Learning How To Learn

I believe I am now on my 7th MOOC (Massive Open Online Course) and this has been one of the best ones:  Learning How to Learn, offered through Coursera by UC – San Diego. To be honest, I doubted that there would be much for me to learn –after all, I have been “learning” for many, many years. Despite having a high school, Bachelor’s and Master’s Degree, as well as continuing my education with even more classes, I apparently did not learn as well as I could have, and I found a lot of really useful tips from this class.

For my 2nd (and last) assignment, I am supposed to teach others what I’ve learned. Since I am eager to share what I’ve learned anyway, this is not a difficult assignment.

I will start first with what of all the things I learned I think will benefit me the most and that is, what I’ve been doing wrong. You can’t learn by just reading the new material/ideas. It’s not enough to watch someone else do it. (And, by the way, I never found it useful and so I don’t do it, but in case you do: highlighting or underlining text while you read stuff you’re trying to learn is pretty much useless.)

This is one of those things that seems pretty obvious once you hear it, but it takes hearing it from someone else to finally make you realize it. All these years of “learning” multimedia software by watching videos online and I knew I was not going to retain it unless I started using it. And yet, how many courses did I decide to just watch and not download the exercise files and try it out myself? Well, the good part is that I usually had a project of my own going and so I did encounter a lot of the new stuff as I worked, but still. I was lazy. And that will not help me learn.

So lesson #1: Be an active learner. And lesson #1.1: If you want to retain what you’ve learned, better use it (or lose it).

Some class time was devoted to memory, and that was good –I had heard it before: memory palace and all. (I have to admit, I’ve been too lazy to implement it so far, but I will try to when I get to material that I just need to memorize.) What I found more helpful was the importance of using metaphor or analogy to help you to understand a concept or problem. You take an idea and liken it to something you already know. We do this in tai chi all the time: Imagine you’re pouring a cup of tea, pull as if you’re trying to pull out the whole root of a dandelion without it breaking, things like that. You can do this with theoretical concepts too. A well-known one is thinking of electrical current as flowing water. What’s cool about this one is that you are making connections between what you’re trying to learn and what you already have in your brain. That gives you a good hook for being able to retrieve it again. It also helps you to refine your understanding –by noticing how the metaphor works, but also how it doesn’t quite work.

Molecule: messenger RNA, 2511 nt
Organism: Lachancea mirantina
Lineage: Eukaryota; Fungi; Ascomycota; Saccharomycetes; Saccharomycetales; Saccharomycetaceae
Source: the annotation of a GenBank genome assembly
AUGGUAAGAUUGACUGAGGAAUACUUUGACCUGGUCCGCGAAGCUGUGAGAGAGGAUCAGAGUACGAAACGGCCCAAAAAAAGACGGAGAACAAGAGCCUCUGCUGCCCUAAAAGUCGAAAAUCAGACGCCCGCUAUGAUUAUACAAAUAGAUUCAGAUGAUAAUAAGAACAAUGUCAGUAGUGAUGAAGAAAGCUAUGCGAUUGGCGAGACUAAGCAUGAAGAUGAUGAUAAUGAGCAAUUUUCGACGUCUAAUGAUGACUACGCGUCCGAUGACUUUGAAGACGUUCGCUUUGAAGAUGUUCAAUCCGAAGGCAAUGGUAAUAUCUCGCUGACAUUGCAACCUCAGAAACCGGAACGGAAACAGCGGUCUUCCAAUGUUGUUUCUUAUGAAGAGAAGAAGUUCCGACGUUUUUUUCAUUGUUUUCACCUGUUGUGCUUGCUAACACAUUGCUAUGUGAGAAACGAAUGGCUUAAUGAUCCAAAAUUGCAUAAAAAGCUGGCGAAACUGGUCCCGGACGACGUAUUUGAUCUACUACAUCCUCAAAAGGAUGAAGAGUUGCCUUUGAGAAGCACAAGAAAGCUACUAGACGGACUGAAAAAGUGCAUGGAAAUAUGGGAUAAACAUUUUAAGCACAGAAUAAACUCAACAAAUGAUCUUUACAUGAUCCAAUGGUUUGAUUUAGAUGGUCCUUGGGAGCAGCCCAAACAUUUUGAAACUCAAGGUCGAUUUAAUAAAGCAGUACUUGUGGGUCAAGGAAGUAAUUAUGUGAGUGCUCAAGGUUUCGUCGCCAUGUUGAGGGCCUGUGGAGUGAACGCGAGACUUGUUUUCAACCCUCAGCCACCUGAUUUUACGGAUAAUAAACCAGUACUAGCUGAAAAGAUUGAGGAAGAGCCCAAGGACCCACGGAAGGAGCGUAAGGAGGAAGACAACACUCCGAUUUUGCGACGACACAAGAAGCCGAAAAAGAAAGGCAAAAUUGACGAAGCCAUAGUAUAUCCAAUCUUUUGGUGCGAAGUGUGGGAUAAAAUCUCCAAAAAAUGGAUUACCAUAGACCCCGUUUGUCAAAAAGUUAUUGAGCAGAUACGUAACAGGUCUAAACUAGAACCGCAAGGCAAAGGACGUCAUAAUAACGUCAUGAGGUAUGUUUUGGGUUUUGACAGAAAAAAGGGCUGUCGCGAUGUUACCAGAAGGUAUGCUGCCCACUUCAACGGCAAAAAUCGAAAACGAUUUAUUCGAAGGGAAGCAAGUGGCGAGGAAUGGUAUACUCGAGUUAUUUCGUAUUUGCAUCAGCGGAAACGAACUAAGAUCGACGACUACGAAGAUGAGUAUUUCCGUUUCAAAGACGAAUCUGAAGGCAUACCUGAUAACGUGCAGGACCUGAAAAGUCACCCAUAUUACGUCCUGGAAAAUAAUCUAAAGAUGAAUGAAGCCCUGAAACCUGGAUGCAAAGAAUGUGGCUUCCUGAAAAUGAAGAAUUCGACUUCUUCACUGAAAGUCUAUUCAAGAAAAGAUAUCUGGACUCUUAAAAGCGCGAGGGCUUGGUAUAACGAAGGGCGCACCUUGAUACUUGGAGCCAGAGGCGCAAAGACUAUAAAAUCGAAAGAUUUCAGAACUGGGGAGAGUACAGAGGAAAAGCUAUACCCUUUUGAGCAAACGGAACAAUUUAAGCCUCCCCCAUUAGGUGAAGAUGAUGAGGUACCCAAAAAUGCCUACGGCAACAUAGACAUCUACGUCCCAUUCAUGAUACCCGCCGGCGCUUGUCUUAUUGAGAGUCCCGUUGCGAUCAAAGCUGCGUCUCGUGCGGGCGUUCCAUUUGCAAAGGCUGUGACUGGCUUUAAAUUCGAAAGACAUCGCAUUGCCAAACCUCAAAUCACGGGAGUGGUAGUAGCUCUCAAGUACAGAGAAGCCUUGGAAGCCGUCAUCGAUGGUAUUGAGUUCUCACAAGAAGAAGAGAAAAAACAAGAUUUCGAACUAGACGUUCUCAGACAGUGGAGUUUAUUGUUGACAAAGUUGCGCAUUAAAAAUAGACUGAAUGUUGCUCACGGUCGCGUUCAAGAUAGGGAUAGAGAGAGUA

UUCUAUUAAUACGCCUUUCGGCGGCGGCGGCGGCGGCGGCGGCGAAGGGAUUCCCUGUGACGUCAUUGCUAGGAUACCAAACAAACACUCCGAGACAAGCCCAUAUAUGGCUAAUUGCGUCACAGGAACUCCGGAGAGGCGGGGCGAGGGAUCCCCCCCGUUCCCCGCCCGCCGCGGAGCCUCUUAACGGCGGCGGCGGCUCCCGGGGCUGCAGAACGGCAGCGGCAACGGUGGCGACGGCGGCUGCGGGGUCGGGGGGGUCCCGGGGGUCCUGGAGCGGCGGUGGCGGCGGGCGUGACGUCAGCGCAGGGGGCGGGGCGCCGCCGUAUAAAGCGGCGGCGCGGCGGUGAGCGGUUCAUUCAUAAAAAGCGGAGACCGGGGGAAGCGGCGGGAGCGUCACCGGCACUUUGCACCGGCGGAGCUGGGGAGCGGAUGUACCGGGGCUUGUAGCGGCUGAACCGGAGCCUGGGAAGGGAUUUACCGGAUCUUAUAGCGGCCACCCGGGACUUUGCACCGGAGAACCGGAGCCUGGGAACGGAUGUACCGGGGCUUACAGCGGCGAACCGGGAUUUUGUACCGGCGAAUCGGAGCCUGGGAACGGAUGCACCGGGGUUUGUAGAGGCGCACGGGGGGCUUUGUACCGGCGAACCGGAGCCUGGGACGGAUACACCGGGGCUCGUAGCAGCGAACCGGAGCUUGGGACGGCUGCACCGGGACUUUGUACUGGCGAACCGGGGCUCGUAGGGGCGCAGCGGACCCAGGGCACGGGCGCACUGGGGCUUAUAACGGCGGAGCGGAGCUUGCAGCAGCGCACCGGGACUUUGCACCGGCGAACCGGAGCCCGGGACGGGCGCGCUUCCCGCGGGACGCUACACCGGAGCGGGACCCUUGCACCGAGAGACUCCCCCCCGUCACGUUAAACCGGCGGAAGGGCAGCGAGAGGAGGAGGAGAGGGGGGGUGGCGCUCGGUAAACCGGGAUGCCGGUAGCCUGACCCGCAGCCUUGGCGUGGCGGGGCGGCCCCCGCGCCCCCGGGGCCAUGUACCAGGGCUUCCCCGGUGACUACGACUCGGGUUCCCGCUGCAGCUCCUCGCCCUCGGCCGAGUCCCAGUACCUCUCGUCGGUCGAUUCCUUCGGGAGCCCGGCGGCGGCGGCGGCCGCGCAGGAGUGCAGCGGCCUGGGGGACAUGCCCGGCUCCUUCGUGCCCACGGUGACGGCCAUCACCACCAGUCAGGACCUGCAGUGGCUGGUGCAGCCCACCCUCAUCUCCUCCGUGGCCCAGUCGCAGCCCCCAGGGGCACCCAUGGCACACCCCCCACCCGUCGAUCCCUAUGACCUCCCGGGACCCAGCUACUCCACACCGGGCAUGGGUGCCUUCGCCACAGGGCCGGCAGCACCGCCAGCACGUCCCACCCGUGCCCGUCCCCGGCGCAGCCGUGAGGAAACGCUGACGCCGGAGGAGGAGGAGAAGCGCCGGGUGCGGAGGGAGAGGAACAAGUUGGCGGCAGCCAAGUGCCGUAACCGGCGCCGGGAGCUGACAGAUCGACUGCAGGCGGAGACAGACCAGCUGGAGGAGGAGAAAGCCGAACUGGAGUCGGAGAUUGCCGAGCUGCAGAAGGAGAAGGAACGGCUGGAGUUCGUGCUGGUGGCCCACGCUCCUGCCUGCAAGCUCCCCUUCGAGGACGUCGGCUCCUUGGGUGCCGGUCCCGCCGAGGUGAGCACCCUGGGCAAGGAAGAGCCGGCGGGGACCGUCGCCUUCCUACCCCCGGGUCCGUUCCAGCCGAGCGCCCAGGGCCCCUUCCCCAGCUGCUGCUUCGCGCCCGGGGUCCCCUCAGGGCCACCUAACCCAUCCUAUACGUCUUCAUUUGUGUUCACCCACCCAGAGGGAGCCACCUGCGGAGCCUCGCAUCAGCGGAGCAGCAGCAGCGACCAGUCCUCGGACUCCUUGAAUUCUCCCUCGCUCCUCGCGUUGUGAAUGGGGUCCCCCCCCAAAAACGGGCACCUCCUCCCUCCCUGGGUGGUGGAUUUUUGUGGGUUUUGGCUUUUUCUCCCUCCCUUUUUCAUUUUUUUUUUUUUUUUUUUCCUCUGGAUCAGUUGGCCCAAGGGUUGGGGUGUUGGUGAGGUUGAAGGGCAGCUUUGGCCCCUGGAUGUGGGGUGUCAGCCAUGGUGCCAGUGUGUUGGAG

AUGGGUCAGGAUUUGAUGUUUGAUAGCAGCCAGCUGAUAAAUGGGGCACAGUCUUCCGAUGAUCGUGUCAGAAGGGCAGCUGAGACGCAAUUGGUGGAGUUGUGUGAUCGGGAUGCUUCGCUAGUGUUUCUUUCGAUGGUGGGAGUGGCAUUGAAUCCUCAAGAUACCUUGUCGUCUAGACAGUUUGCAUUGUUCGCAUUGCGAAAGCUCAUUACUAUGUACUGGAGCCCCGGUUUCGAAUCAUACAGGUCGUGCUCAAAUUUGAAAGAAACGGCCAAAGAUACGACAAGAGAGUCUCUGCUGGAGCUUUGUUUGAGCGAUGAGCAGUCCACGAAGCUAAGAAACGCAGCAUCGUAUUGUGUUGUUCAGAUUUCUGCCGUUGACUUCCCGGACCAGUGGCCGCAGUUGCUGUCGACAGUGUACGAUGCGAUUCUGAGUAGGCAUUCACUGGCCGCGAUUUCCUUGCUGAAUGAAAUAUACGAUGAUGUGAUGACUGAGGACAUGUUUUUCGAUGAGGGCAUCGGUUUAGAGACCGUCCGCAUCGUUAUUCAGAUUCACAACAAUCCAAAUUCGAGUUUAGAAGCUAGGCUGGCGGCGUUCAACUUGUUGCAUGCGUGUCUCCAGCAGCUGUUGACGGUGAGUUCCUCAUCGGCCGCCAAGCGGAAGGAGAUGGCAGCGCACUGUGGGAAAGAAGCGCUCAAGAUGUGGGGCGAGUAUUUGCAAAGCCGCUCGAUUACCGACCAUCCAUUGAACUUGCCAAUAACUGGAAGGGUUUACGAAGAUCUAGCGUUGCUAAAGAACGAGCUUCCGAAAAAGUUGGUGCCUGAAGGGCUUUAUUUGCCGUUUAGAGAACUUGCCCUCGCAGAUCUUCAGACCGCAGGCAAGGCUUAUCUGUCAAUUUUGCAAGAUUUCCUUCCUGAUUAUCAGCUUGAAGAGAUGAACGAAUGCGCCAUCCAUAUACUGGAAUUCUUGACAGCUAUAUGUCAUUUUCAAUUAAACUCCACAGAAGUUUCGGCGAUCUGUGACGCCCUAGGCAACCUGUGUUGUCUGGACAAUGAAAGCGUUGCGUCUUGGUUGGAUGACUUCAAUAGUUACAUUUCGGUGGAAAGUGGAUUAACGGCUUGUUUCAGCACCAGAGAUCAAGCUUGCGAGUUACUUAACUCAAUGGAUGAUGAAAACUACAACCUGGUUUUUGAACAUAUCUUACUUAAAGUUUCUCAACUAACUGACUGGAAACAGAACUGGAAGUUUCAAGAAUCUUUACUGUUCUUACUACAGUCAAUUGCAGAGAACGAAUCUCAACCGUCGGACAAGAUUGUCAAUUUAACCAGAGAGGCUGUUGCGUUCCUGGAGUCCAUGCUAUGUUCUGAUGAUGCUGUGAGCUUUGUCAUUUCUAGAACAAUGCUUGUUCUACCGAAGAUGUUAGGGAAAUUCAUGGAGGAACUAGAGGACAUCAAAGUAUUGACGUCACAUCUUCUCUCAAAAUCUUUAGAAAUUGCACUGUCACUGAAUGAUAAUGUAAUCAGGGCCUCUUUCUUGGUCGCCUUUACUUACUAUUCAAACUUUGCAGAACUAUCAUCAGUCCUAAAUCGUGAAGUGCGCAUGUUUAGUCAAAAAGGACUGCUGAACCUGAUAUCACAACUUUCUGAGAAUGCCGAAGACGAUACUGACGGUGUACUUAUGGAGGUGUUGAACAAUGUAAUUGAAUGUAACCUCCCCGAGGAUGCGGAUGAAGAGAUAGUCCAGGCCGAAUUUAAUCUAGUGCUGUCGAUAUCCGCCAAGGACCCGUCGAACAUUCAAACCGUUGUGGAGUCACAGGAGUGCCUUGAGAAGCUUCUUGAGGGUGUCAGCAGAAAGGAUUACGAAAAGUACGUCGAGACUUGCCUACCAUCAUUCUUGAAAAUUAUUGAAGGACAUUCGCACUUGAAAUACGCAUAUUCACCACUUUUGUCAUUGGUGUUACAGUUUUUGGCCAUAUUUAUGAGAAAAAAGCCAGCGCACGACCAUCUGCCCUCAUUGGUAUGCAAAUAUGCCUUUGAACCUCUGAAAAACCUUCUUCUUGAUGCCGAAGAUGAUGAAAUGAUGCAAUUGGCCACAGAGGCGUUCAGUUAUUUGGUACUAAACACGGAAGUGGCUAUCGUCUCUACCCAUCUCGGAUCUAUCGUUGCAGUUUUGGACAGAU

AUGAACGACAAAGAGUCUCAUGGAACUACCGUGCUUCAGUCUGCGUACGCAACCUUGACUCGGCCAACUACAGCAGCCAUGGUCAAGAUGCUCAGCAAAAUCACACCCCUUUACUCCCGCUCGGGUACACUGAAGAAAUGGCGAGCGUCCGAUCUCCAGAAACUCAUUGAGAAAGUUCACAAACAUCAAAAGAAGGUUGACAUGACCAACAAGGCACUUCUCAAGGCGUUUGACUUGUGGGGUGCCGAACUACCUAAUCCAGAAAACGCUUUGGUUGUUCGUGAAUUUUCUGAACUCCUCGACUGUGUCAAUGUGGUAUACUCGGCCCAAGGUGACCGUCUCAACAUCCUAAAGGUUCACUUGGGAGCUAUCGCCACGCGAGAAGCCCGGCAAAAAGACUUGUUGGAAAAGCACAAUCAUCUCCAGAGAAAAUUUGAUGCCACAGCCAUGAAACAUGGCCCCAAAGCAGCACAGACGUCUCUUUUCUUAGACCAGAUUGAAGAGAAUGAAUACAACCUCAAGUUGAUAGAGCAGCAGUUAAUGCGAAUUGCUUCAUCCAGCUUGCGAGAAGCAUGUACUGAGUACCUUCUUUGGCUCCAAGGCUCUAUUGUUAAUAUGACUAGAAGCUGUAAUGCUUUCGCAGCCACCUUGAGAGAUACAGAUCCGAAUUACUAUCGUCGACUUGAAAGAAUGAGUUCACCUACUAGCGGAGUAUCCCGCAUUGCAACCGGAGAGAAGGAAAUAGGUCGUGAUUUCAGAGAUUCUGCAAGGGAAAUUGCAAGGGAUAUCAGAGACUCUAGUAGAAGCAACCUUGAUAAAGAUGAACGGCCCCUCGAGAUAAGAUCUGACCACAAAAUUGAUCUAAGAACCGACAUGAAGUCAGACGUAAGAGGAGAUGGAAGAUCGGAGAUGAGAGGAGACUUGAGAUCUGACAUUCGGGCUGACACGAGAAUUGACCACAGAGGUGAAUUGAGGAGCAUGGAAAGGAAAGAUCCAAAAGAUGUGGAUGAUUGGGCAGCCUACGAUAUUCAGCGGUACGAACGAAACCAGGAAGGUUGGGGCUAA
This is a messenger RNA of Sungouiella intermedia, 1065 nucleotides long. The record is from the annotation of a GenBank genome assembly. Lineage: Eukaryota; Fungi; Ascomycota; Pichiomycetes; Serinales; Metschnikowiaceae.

Lesson 2: Connect the new ideas to old ideas.

I only need to teach three of the things we learned, so it’s really hard to decide which of the other topics to tell you about. They are all worth telling about! Okay, procrastination. That’s a huge one, right? For EVERYONE!

How do you stop procrastinating? The main thing is to stop thinking about the product and concentrate on the process. A good way to do this is to use the “pomodoro technique,” which is to set a timer for 25 minutes, make sure there are no distractions, and give the problem, task, whatever it is you’re procrastinating on your full attention for those 25 minutes. When the time is up, reward yourself. That’s it. Easy, right?

BUT, it’s still hard to not procrastinate. But it’s in your best interests to get out of the procrastination habit. And it is a habit. You need to pay attention to what is making you feel so much dread. Notice where you are, when it is, what your reactions are. Pay attention so you can change it. You have to consciously rewire your thoughts. Go to a comfortable spot for your 25 minutes, make a game of the task, have a reward ready for when you’ve finished, and stay positive.

Lesson 3: Overcome procrastination.

This blog post is already much longer than most of my posts, so I won’t go into the other things I’ve learned… yet. I’ll save them for another post. But, in the meantime, here’s a little audio mix I threw together while at work. I was to test out Adobe Audition on a virtual application environment. I used the audio from one of the extra interviews and… well, you’ll see. (Or hear.)

I should probably cite relevant information. The man talking is a the Executive Director of the American Society for Engineering Education, Dr. Norman Fortenberry. I hope it’s okay that I’ve used his interview. The setting on Soundcloud is “private,” so hopefully I won’t incur anyone’s wrath by having done this and/or having posted it.